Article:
Following hot on the heels of the Lily James-starring Guernsey, here comes Beast, another Channel Islands-set drama featuring a BBC War and Peace alum. Yet, Michael Pearce’s film bears little resemblance to the more twee post-war romance, far stranger and darker, with ambiguous and dangerous central performances anchoring its twisty story of love and murder. It’s a superbly assured debut feature, intricately plotted, strikingly shot, and absolutely owned by Jessie Buckley in the lead. It’s a fearsome, star-making turn, Buckley able to switch a scene’s gear with the slightest glare or faltering smile, ensuring Beast is never less than utterly compelling.
Stuck with an appalling family in a small Jersey village, Moll (Buckley) seeks escapism any way she can, and the morning after one drunken night she meets mysterious outsider Pascal (Johnny Flynn). She’s magnetically drawn to him almost immediately, and irrevocably smitten after it becomes obvious just how much her mother (Geraldine James) despises him. Pascal invites Moll’s nasty, boring relatives’ hatred, practically insisting upon it, and it’s not long before the pair cut themselves off from the rest of the world, even as a police investigation gets Pascal in its crosshairs.
Multiple girls have been abducted, raped, and murdered (in a case informed by the real Beast of Jersey from the 60s, Edward Paisnel), and as a previously convicted loner, Pascal is a prime suspect. Pearce keeps things unsolved for as long as possible, until we’re caught in the same mindset as Moll, unable to come to any concrete conclusions or even know quite what we think. It’s a clever, tangled plot, but never takes over the centre of the film, always peripheral to Moll’s internal journey. She’s haunted by vivid dream of herself committing acts of barbaric violence, and as we learn her dark past, we understand why.
Her relief at finding someone to take her away from her family means she makes rash decisions, or at least it appears that way at first, before a very gradual reveal that she might have her own deeper held motives for lying to the police and abandoning her previously held responsibilities. Buckley is often inscrutable, but not overly opaque, sympathetic all the way to a finale that asks a bit too much of itself, and when she lets Moll’s pain and fury loose, it can be terrifying. As her relationship with Pascal puts her in the spotlight after another girl turns up dead, self-appointed guardians of the island try to harass her, but she fends them off with a primal scream that jolts you upright, as does a painfully awkward toast at a family dinner.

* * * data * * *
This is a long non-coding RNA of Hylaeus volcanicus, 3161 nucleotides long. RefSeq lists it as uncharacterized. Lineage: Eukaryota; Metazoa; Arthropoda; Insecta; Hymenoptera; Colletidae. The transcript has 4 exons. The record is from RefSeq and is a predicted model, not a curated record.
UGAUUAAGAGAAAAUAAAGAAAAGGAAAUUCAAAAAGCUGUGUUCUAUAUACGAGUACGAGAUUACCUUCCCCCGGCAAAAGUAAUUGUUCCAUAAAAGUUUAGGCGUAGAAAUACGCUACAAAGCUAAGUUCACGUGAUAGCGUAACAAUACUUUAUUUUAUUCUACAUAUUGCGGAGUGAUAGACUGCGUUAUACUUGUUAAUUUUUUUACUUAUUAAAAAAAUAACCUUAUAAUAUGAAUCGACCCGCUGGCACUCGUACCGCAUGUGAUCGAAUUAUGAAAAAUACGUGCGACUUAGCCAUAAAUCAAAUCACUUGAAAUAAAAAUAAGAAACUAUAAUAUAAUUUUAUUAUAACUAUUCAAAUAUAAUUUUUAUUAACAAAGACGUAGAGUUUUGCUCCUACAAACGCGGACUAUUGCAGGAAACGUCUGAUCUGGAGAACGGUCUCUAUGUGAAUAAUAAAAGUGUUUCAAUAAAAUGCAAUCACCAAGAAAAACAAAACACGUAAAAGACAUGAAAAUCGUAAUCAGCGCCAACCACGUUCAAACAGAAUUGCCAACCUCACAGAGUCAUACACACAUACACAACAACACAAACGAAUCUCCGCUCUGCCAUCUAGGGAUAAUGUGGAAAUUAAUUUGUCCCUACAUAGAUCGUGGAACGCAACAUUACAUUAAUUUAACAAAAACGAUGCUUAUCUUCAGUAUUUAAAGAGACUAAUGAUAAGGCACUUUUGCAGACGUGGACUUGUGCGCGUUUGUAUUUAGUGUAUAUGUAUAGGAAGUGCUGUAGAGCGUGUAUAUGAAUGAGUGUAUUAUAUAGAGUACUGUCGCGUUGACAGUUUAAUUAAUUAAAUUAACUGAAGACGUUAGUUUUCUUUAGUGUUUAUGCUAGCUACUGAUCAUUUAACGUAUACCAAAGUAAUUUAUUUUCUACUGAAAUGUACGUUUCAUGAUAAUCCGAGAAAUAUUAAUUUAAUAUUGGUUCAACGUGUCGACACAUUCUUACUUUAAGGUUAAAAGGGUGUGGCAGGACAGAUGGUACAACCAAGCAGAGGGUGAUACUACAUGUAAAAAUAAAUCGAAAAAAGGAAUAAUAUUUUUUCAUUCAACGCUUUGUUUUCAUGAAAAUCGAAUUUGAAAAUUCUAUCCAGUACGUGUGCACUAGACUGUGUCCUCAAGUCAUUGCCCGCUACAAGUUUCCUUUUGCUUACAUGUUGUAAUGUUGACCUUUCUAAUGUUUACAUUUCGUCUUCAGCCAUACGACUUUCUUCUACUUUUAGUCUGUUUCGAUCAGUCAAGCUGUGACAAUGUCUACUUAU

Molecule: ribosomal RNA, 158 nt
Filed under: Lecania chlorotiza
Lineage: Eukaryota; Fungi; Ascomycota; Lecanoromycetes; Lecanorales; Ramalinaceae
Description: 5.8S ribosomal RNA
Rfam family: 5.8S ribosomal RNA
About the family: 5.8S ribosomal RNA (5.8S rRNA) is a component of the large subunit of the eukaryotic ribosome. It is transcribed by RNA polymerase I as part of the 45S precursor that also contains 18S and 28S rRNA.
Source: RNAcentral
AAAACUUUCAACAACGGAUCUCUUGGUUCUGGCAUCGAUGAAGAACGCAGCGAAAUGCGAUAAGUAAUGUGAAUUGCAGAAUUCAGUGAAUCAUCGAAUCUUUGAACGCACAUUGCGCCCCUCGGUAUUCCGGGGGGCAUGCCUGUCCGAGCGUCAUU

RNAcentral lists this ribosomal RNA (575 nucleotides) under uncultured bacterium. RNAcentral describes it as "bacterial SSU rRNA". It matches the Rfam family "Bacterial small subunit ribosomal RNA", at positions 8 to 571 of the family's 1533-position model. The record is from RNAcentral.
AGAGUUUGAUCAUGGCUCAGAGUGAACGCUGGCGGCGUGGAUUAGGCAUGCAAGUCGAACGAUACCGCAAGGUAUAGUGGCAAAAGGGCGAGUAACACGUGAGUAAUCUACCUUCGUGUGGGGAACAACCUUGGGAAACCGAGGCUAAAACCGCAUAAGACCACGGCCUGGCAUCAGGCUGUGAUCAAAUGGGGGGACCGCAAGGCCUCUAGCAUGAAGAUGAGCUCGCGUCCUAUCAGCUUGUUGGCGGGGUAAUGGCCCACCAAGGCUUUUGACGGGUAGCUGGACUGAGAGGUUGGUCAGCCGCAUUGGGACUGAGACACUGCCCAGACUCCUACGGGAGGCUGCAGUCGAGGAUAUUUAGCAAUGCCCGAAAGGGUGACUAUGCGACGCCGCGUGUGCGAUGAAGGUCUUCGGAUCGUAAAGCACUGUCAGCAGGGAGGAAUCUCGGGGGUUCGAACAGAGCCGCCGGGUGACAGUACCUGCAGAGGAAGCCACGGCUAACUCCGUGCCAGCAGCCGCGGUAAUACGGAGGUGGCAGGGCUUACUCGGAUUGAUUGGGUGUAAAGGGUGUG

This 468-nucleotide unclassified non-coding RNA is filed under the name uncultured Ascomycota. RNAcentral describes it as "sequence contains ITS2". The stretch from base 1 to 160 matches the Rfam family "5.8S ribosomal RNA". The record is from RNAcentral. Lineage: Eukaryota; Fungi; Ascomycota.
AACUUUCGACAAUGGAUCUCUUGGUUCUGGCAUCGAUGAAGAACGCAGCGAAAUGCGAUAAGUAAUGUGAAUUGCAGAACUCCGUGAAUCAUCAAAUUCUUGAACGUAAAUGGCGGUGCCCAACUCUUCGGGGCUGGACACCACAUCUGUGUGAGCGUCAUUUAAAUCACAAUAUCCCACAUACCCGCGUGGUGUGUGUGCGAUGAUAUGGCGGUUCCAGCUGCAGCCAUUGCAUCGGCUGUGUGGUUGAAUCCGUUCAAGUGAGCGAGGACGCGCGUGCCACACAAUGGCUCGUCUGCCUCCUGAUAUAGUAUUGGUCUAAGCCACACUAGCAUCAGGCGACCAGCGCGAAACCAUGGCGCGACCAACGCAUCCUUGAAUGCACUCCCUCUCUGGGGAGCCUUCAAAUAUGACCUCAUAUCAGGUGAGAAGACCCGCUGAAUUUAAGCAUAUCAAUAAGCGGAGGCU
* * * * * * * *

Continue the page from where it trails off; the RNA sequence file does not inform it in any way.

Pearce and his DOP Benjamin Kracun capture the elemental power of the Channel Islands as well as their more idyllic side. Sparse forests and howling, sea-sprayed cliffsides offer fantastically wild backdrops to the romance and the mystery, and this sense of visual confidence pervades the whole film. The central pairing are brilliantly matched, not just in performances, but in carefully crafted looks. Moll’s pale porcelain features, accentuated by deep red hair, play off of Pascal’s scraggly beard, scars, and sunburn perfectly, polar opposites that can’t help but attract.
2017 – with God’s Own Country, The Levelling, and more – was a great year for British filmmaking debuts, and if we can get another couple of films this year like Beast, then that trend should carry forward in a very exciting way. It’s a tremendous achievement for all involved that should push Buckley in particular into the big leagues and mark the start of a really fascinating career for Pearce.